The Cricket Discipline Commission (CDC) handed Stokes an eight-match ban – six for the brawl and two for an “inappropriate video” in which he appeared to mock the disabled son of television personality Katie Price – but accepted that he had already missed these matches after sitting out last winter’s Ashes tour.
Stokes, who was cleared of affray in August, was also fined £15,000 in both cases, with the fine relating to the “inappropriate video” to be paid to charity.
Both players were found guilty of bringing the game into disrepute after pleading guilty during a two-day hearing in London.
Hales, who did not face criminal charges, was handed a four-match white-ball ban for his part in the brawl – two of which the CDC considered had been served last year, with the other two-game ban suspended for 12 months.
Hales received a further two-match suspended one-year white-ball ban for a charge relating to “inappropriate images” circulated online and was fined a total of £17,500, of which £10,000 was suspended.
As a condition of his suspension, Hales must undertake within three months “appropriate training as agreed and approved by the ECB (England and Wales Cricket Board)”.
The CDC, which acts independently of the ECB, added that the reasons for its decisions will be “released in due course”.
The bottom line, however, is that both players remain available for international selection, with England set to announce their squads for the forthcoming tour to the West Indies on Monday.
Apologising publicly for the first time, now that the criminal and disciplinary process has been completed, Stokes said: “I have already apologised to my team-mates, coaches and support staff for the consequences of my actions in Bristol.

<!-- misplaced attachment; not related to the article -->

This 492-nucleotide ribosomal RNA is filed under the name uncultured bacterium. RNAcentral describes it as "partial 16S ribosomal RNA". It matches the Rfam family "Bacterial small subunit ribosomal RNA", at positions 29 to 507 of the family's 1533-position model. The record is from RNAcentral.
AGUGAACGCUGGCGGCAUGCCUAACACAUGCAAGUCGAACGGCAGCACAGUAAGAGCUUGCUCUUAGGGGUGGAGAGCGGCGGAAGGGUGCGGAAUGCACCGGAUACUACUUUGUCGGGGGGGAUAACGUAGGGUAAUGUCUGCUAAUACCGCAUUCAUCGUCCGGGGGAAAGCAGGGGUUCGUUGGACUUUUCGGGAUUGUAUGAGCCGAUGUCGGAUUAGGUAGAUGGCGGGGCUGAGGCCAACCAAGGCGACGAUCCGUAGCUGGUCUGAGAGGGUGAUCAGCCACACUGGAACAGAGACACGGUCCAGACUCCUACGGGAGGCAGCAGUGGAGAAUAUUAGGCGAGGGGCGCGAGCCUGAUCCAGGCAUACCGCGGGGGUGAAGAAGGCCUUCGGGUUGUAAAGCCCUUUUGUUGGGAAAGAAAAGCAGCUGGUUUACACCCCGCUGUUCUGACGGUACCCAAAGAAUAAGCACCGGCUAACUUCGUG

“I regret the incident ever happened and I apologise to England supporters and to the public for bringing the game in to disrepute.
“Cricket and family are my life. This incident has been a huge burden for the last 15 months. I am relieved to get back to playing the game that I love without this hanging over me. Although the disciplinary process is now over, I have learned lessons that will stay with me for much longer.”
Hales said: “There is no doubt I fell below the high standards expected of an international sportsman. More than anything, I sincerely apologise for putting myself in a position which allowed these very regrettable incidents to happen.
“Now all I want to do is concentrate on cricket.The next year is obviously an important one for England. I would love to be part of a squad that wins the World Cup in front of our own fans and I will be doing everything in my power to make that dream come true.”
David Leatherdale, the Professional Cricketers’ Association chief executive, said: “The PCA and both players fully accept the sanctions against them and it has been a fair hearing through the Cricket Discipline Commission.
“Both players are now keen to move on and continue their England careers.”
Tom Harrison, ECB chief executive, described the saga as “a very strong reminder of the values that sit at the heart of our game and the standards that should always be expected”.
Both players were fortunate that the CDC took matches already missed into consideration, and there is a widespread feeling within the game that it is time to move on.
Stokes returned to the England side last March, although Hales has lost his one-day place to Jason Roy.